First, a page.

TODAYonline Socially responsible funds dump or rethink Facebook over data privacy . “Several socially conscious investment firms are selling or rethinking their Facebook Inc holdings, unsatisfied by the company’s moves to strengthen personal data protection and online safety after scandals involving the improper sharing of users’ information. The retreat from the world’s largest social media network is one of the sharpest responses by investors to concerns about Facebook’s handling of user data.”

SundayGuardianLive: Kenya’s cybercrimes bill angers social media. “Kenya’s opposition leader Raila Odinga is in London, lecturing at the Oxford and the Cambridge Unions. He met Harriet Baldwin, Minister for Africa, at the Foreign Office to explain the recent political developments in Kenya, especially the reconciliation initiative between him and President Uhuru Kenyatta. Meanwhile in Kenya, President Kenyatta signed into law the controversial Computer Misuse and Cybercrimes Bill, which does what it says on the tin; it prevents and prosecutes all computer related crimes, from espionage, hacking, fraud, forgery, phishing, theft, child or wrongful distribution of pornography to the drafting/publishing and sharing of ‘fake news’. Critics including the Committee to Protect Journalists say the Bill contravenes the Constitutional provision of freedom of speech and dissemination of information and the right to access information. ”


Motherboard: I Tried to Watch a Video of a Puppy and Accidentally Sent Every Photo I’ve Ever Taken to Google. I think the main point of this article might be “Don’t drink and set app permissions,” but still. “In our brief time on this rock, even the best of us are likely to own ourselves from time to time. As some of my colleagues would be happy to tell you, I own myself more often than most, most recently because I wanted to see a video of my friend’s new puppy. I recently went to a concert, had a few beers, and woke up with a hangover and a notification that my phone had successfully uploaded 15,000 images and videos to Google Photos. Here’s what happened.” The puppy video is included at the end of the article.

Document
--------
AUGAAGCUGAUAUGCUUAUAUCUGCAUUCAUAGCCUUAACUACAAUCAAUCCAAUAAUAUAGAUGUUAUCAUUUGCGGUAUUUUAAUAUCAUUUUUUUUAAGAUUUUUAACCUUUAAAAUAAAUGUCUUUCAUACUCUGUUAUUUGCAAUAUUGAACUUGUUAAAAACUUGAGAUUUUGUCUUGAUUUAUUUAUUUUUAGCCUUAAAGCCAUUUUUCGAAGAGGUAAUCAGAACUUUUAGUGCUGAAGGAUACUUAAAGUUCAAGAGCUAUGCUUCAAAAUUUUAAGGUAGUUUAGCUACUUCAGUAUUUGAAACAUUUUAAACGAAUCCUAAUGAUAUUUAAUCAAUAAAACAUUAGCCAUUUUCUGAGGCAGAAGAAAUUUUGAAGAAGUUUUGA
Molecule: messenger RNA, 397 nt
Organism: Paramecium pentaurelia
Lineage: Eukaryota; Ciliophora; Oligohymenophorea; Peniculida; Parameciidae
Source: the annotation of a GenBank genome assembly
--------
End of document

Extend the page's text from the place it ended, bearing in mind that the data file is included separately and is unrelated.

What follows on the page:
New York Times: Hundreds of Apps Can Empower Stalkers to Track Their Victims. “As digital tools that gather cellphone data for tracking children, friends or lost phones have multiplied in recent years, so have the options for people who abuse the technology to track others without consent. More than 200 apps and services offer would-be stalkers a variety of capabilities, from basic location tracking to harvesting texts and even secretly recording video, according to a new academic study.”